Craig Hewitt September 4th, 2020

How to Win Your First Listeners to Your New Podcast

Launching a new podcast show is so darn exciting.

(I know, I’ve been podcasting for over five years and have launched two successful shows so far.)

First, you read everything there is about starting a podcast. You get the right gear and figure out how to make everything sound great. And finally, you hit record and feel the thrill of the show coming together.

Yay!

But eventually, reality kicks in too. You realize that you must find a way to attract listeners. Without them, all your efforts would have been in vain, after all. 

A pretty scary thought, right?

Well, true, but only until you’ve read this post. Why, because this guide will teach you everything about getting those crucial first listeners for your show. 

You’ll discover the best strategies to help you on the launch day and the best ways to tell new audiences about the podcast. 

So, let’s begin.

1. Start With More than Just a Single Episode

Imagine – You’ve recorded the first episode. You’ve edited the sound and created amazing show notes. It’s all ready to go. 

Now, you just can’t wait to fire it up to Apple, Stitcher, or Spotify. 

Well, don’t.

As irresistible as the urge to upload that episode might be, don’t launch the show with just that one recording. There are good reasons for waiting until you have at least a couple of episodes ready.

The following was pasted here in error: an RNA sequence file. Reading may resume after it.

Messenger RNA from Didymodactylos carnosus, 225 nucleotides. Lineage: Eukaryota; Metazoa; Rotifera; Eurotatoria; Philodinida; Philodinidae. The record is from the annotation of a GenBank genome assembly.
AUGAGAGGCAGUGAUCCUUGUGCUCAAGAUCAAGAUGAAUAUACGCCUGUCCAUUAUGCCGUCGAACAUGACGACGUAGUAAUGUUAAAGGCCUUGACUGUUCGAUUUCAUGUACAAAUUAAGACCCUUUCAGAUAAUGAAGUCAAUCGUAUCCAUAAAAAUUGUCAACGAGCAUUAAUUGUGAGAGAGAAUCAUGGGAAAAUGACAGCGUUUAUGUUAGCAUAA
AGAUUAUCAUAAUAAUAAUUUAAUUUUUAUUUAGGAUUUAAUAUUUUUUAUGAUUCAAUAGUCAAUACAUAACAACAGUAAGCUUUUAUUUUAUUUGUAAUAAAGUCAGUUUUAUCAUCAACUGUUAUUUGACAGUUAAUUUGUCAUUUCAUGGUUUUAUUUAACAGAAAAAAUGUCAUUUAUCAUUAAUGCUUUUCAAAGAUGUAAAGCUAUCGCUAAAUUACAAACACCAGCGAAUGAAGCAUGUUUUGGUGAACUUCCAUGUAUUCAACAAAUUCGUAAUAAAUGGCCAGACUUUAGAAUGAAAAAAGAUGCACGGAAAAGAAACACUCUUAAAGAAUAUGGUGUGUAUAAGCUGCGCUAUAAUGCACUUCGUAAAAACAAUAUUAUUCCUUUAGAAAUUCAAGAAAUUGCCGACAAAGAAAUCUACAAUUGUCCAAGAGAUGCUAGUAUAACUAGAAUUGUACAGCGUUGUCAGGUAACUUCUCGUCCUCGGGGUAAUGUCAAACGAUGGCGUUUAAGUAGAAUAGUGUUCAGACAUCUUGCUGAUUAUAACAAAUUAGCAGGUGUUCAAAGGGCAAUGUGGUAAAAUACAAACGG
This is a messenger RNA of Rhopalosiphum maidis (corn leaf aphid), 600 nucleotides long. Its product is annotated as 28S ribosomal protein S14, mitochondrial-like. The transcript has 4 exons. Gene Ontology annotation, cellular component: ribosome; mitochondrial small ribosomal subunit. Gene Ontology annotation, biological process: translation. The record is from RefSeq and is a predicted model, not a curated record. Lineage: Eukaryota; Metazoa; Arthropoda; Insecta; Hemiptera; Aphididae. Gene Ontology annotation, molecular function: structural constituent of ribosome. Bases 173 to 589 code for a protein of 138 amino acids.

First, you’ll give the audience a chance to continue enjoying your show without having to wait for a new episode to land. 

People who come across your show, and love what they hear, might want more. That’s hardly possible if they’ll find just one episode live.

Pat Flynn, the host of the hugely popular Smart Passive Income podcast, experienced it first hand. He recalled

“I once launched a podcast with a single episode and actually received negative reviews from people who had listened to the first episode and were upset that there was only one. When people love your stuff, they’re going to want more of it, so give them what they want.”

Secondly, having more shows on the launch day may help you get to iTunes’ New and Noteworthy category. It’s practically impossible to do with just one episode. 

At a minimum, record three to five episodes and publish them all at once. After that, you can start shipping new content at your usual frequency. 

2. Create Standout Visuals for the Show

Take a look at any podcast category on iTunes. Here’s what I see under Business, for example:

Look how small the show titles are. It’s no different when it comes to the publisher’s name. 

But the image… Well, that you can see even from a distance. 

This means that your potential audience will, most likely, first notice the show cover, and only then, read the show name beneath it.  So, the more engaging and noticeable your show cover is the higher your chances of getting noticed. 

But go beyond just the cover. Create additional images you’re going to use to promote shows

Here’s a list of templates I recommend you design to promote the show. 

A bigger version of episode cover to share on social media.

Quotes from the show, and share them on social media as well

Background for audio clips

3. Submit Your Podcast to All Directories and Aggregators

I know, it sounds pretty obvious to do. And yet, I see so many new podcasters skipping this step, focusing all their efforts just on iTunes.